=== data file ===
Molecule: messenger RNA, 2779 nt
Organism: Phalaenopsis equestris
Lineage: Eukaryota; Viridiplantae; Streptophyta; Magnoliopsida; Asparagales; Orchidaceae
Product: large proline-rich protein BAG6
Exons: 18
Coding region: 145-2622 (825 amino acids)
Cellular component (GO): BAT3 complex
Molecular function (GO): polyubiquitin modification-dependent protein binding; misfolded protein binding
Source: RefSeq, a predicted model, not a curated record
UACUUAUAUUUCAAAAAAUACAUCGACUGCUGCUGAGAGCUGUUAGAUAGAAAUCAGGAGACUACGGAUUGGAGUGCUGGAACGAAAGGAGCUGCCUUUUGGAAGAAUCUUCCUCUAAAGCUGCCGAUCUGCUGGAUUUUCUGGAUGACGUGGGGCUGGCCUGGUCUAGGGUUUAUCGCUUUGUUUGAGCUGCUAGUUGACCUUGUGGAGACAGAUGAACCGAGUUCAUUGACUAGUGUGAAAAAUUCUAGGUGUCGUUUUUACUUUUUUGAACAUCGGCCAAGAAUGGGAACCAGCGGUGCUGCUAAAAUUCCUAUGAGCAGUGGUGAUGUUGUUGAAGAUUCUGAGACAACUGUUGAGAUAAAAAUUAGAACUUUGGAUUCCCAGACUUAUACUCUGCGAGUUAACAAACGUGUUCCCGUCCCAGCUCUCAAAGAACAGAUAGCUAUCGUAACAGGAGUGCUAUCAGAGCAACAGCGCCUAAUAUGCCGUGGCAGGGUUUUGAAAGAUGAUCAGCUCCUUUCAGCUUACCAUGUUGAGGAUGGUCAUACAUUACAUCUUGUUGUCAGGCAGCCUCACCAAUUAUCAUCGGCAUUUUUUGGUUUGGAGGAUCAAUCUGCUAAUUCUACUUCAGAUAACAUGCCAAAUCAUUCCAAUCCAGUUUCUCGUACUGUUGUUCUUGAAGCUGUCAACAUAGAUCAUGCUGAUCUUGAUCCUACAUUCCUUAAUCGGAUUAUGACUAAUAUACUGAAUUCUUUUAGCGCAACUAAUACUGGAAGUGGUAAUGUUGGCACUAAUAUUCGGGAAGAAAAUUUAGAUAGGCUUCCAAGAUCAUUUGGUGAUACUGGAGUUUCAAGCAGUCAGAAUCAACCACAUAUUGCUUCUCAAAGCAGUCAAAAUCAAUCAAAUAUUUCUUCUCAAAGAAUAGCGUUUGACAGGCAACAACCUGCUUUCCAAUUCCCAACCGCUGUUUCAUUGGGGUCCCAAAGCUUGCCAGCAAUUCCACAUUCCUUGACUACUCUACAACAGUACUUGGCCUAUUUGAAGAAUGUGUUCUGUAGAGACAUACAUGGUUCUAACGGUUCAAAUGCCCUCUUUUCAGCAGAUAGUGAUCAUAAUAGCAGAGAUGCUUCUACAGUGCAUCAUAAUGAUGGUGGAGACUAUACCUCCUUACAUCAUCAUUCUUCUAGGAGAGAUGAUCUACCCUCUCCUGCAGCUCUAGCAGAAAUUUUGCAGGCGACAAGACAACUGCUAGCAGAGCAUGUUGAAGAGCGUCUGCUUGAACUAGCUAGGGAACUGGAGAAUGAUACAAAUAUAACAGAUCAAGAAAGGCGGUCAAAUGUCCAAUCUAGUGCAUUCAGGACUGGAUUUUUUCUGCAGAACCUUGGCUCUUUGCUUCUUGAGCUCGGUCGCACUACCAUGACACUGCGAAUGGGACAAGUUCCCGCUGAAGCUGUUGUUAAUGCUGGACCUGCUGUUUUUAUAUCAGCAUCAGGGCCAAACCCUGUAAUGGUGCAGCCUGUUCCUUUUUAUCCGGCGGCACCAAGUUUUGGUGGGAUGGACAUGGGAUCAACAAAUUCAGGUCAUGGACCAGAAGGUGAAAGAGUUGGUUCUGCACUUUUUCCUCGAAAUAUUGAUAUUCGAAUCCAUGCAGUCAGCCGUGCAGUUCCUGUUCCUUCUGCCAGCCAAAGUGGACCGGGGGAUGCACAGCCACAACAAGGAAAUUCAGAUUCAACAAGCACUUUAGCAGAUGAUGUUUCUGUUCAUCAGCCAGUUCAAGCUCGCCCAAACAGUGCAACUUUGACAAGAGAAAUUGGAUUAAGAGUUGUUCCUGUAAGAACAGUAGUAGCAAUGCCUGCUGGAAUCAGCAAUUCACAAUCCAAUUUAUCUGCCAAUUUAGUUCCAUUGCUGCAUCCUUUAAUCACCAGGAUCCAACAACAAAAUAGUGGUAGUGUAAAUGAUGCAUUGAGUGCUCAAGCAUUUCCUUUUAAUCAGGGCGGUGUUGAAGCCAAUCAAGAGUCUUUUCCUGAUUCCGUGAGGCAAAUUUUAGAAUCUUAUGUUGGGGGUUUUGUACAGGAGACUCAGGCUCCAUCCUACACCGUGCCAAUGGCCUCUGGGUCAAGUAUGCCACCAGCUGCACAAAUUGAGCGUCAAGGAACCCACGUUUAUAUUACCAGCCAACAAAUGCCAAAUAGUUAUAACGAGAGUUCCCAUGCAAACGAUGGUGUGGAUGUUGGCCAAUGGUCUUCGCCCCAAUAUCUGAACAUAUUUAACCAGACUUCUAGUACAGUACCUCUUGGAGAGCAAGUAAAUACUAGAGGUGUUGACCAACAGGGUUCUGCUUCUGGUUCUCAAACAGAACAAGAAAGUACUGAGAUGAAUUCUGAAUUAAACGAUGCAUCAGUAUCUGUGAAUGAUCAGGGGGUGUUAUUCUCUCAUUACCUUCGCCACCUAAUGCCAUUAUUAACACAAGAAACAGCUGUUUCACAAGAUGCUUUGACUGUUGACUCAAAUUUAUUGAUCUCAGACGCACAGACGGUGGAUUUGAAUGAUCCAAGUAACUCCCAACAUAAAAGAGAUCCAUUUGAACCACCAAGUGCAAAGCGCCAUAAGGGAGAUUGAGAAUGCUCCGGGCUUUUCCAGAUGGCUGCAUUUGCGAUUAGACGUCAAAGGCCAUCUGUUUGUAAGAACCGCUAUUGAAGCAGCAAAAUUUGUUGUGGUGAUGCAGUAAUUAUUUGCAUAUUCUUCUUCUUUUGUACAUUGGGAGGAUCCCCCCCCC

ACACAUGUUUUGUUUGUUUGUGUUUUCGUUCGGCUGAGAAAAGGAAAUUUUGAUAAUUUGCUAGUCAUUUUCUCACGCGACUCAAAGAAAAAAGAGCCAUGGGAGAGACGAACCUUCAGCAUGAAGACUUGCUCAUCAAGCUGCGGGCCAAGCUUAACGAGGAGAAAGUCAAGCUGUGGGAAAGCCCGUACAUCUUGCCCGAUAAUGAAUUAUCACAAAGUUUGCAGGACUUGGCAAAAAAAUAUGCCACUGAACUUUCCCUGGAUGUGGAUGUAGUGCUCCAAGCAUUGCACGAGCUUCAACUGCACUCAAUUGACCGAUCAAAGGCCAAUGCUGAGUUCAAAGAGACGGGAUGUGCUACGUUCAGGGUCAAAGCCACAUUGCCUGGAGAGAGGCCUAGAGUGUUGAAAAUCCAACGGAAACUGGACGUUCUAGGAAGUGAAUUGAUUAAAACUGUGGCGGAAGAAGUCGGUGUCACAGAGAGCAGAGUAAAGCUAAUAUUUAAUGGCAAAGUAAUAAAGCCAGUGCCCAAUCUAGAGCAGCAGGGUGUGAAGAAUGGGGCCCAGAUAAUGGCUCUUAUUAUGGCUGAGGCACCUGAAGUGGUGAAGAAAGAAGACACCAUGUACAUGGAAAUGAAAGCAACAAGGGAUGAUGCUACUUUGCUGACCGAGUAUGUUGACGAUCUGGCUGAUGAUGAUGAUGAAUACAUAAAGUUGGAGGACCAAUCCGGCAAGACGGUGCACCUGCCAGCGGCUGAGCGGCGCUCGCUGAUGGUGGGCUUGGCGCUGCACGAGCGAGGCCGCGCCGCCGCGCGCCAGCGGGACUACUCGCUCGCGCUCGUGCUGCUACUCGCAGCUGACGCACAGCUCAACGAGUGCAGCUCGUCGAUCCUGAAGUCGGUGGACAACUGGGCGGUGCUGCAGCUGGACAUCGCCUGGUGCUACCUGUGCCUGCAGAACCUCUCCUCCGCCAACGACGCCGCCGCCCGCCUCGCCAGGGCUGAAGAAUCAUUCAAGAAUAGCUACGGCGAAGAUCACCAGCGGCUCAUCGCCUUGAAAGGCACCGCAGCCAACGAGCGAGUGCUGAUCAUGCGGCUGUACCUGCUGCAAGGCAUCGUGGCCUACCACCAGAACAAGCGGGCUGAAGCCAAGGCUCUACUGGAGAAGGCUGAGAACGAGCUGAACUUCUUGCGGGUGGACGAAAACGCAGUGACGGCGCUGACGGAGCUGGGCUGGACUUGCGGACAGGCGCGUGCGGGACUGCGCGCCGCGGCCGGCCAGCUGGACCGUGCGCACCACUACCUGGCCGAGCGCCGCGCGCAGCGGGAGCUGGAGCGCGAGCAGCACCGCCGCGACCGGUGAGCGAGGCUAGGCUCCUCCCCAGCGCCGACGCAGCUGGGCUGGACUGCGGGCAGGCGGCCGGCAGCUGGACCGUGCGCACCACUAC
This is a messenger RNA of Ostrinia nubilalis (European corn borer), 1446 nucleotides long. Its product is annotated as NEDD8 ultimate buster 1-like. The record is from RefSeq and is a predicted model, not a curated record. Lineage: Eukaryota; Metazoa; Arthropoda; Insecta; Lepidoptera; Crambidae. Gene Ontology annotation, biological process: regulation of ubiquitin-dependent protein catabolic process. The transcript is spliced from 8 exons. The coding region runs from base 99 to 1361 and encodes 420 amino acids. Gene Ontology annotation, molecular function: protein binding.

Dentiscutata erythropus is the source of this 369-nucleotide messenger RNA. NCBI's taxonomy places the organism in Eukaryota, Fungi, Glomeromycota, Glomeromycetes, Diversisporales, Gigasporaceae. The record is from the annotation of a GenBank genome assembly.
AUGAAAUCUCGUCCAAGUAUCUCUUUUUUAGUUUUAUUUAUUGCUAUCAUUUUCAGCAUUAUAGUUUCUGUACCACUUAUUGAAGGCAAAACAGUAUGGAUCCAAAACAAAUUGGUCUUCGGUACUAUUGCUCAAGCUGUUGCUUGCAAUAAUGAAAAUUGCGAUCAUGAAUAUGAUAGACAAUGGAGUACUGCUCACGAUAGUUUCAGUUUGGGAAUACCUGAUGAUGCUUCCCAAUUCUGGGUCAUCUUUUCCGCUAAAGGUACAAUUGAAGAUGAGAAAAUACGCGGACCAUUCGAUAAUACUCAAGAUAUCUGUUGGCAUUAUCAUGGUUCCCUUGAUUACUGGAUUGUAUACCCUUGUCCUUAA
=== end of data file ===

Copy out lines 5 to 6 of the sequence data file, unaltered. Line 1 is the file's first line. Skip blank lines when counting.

Exons: 18
Coding region: 145-2622 (825 amino acids)